Alternative to Injections: Having just... - Pernicious Anaemi...

Pernicious Anaemia Society
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Alternative to Injections


Having just been diagnosed with low B12, I'm waiting for my follow up GP appointment and in the meantime been reading up on the treatment through these pages. I have a really bad needle phobia and terrified of injections, is there a tablet alternative ?

7 Replies
clivealiveForum Support

Hi Hidden if your B12 deficiency is being caused by an absorption problem with your digestion then tablets may not work sufficiently well to be of any use.

As for the injections themselves I've had more than 600 of them over the past 45 years and I can honestly say that no more than a handful have actually stung for more than a few seconds.

I don't particularly like needles but the nurses that have injected my B12 through the years have done it into the muscle behind the top of my arm and from slightly behind me so I never "see it coming" and it really is no more than a pin prick.

The best thing is don't look and relax as much as you can.

I'm not medically trained but there are others on here who will be able to give you advice.

I wish you well and hope you can overcome your phobia.


As Clivealive says tablets don't work for everyone.

The CDC in the US used to have a microsite on B12 deficiency and they recommended use of nasal sprays where people have problems with needles - this seems to be slightly more efficient - about 3% absorption as opposed to around 1% absorption with tablets and sublinguals. However, it isn't a licensed treatment in the UK - and neither are tablets/sublinguals in the case of a deficiency caused by an absorption problem.

Because of the low amount that is absorbed you need to take very high doses and it certainly isn't going to get your B12 levels up as fast as injections would.

Sometimes you can get therapies to deal with needle phobias - generally work using cognitive behaviour techniques.

Have you talked through the options with your doctor.

Hi DaiPut, as Clivealive has said, it all depends on why you have the deficiency. I too am scared of needles, so I tried the tablet form and my B12 levels continued to drop even whilst I was taking these so the best option was the injections. As odd as it seems, my Nurse suggested that I learn to inject myself with the B12 as I have to do it monthly with no end date to this, so it made more sense for me to do it at home where I could do it at a time which suited me, and I didn't have to go to the Doctors to have it done every month. At first it was horrible injecting myself, I would sit and shake for ages before doing it - but I can honestly say it is the best thing I have ever done. I wouldn't say I'm over my fear, but I am getting quicker and quicker at doing it every time, and it is over before you know it. I hope you find a way of managing your symptoms well - all the best! X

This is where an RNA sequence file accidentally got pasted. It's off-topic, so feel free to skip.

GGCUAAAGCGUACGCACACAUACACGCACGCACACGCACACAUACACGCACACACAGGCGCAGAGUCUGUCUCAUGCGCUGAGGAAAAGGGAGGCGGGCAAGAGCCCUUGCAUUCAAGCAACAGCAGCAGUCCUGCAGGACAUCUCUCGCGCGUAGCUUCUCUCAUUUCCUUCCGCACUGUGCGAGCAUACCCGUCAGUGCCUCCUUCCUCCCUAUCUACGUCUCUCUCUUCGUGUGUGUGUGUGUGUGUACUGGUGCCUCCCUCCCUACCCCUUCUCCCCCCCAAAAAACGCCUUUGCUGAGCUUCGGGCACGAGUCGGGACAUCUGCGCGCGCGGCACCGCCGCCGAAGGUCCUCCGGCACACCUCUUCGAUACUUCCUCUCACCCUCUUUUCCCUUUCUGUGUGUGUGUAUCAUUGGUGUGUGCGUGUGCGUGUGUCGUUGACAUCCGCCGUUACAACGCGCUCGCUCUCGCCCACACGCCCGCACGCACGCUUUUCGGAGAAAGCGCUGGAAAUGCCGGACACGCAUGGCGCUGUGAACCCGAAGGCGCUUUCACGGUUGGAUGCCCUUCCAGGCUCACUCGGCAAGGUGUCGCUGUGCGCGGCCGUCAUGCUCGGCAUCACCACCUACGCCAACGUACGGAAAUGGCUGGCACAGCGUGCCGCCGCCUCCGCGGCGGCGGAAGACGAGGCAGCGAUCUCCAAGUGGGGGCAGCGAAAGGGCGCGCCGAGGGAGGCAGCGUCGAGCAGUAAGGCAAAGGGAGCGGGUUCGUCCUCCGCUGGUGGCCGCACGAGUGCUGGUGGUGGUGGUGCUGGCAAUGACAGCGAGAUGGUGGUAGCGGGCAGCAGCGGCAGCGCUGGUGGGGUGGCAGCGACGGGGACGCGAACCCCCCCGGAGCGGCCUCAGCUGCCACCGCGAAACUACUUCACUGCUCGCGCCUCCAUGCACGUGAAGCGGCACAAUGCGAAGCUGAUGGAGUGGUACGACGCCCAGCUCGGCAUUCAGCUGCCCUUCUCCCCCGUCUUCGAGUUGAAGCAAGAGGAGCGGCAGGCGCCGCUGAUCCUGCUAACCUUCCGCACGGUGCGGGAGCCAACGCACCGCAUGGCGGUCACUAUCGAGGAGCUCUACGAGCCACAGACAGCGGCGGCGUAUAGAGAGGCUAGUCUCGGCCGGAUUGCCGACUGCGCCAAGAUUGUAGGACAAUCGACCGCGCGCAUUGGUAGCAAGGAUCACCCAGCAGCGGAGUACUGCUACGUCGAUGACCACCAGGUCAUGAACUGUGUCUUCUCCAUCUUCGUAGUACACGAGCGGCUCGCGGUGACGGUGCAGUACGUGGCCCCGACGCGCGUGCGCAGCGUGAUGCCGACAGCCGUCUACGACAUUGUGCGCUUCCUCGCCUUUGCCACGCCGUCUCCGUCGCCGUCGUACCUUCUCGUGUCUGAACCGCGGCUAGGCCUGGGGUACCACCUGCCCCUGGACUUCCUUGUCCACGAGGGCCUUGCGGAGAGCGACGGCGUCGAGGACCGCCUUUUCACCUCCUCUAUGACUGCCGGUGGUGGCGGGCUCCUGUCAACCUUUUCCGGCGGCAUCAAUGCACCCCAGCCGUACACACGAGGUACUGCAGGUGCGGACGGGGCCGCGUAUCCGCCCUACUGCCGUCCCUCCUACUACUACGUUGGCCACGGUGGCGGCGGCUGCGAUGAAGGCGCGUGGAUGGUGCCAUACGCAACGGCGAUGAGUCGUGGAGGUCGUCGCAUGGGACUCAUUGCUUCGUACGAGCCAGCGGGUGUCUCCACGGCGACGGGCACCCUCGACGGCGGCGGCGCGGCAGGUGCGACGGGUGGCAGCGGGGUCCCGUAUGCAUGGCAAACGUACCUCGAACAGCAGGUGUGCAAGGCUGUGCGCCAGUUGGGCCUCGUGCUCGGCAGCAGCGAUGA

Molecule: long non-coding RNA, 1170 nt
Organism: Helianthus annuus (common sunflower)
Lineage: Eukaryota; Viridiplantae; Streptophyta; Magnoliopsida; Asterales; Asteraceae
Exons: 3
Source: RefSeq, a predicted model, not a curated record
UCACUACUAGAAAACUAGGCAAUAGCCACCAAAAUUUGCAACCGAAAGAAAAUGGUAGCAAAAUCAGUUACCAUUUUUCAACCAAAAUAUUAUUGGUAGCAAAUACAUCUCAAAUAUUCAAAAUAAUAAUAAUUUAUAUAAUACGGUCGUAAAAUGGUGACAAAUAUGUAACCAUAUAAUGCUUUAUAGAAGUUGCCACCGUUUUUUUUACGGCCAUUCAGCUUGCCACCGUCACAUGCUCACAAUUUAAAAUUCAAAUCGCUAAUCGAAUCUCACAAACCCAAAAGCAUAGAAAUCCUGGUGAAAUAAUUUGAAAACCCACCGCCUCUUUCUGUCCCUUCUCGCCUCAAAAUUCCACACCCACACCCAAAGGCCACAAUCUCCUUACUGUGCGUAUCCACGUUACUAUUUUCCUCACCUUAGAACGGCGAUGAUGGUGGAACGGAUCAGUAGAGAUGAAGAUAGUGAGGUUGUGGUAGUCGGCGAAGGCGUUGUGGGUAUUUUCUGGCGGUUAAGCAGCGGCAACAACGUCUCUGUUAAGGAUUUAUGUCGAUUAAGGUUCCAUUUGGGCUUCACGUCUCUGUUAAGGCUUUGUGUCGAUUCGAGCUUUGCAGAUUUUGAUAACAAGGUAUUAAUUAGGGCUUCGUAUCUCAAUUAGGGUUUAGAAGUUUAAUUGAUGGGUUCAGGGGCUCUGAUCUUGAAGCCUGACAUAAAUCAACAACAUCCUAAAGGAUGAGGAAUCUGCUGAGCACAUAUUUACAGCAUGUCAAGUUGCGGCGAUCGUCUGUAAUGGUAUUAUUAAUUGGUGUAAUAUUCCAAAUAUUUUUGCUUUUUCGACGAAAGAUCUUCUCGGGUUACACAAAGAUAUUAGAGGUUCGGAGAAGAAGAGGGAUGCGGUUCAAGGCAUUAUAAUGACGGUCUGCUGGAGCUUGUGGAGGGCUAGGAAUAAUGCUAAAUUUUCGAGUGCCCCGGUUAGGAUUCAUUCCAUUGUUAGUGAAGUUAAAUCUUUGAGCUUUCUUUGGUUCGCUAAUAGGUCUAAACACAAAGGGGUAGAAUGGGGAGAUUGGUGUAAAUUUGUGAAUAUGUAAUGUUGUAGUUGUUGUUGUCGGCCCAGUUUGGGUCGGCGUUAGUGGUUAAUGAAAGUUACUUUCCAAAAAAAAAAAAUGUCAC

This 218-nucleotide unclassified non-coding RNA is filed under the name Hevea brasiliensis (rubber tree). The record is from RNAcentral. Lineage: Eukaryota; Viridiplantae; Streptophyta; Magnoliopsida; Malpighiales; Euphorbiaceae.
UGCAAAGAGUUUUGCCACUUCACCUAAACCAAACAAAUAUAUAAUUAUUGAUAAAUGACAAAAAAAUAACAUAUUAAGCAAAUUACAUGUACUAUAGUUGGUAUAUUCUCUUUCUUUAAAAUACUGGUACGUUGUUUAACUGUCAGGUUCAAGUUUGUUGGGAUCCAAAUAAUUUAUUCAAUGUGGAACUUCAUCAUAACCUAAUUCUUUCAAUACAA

Thank you all, injections are really not an option to me but thank you for your replies

I presume you had a blood test to diagnose your B12 deficiency? I'm needle phobic and blood tests are far worse than injections! I faint regularly and can be ill for the rest of the day, but it cannot be helped. And it does get better. Not nice, but survivable.

If your low B12 is due to poor absorption or PA then the alternative to injections is a slow and painful death. I'd have the injections!


Yes had the blood tests with preparation , patches etc . Still not sure about the injections, does B12 deficiency kill you in the end?

Hi DaiPut, unfortunately yes in some cases it can. The word 'pernicious' means deadly or fatal, but this is something that would happen after quite a long period of time. Before people had B12 injections, they would die from the condition because they couldn't get enough in their body. Even without the chance of dying from PA, the B12 deficiency can cause lots of long term damage to your body such as nerve damage or some neurological issues. I don't mean to scare you by saying all of this, I'm just trying to help you understand the importance of getting the injections if you can find any way of being able to get through it. Have you tried hypnotherapy before? I have heard of lots of people using this method to control their fear of needles - it may be worth giving it a go? I really hope you feel better soon. x

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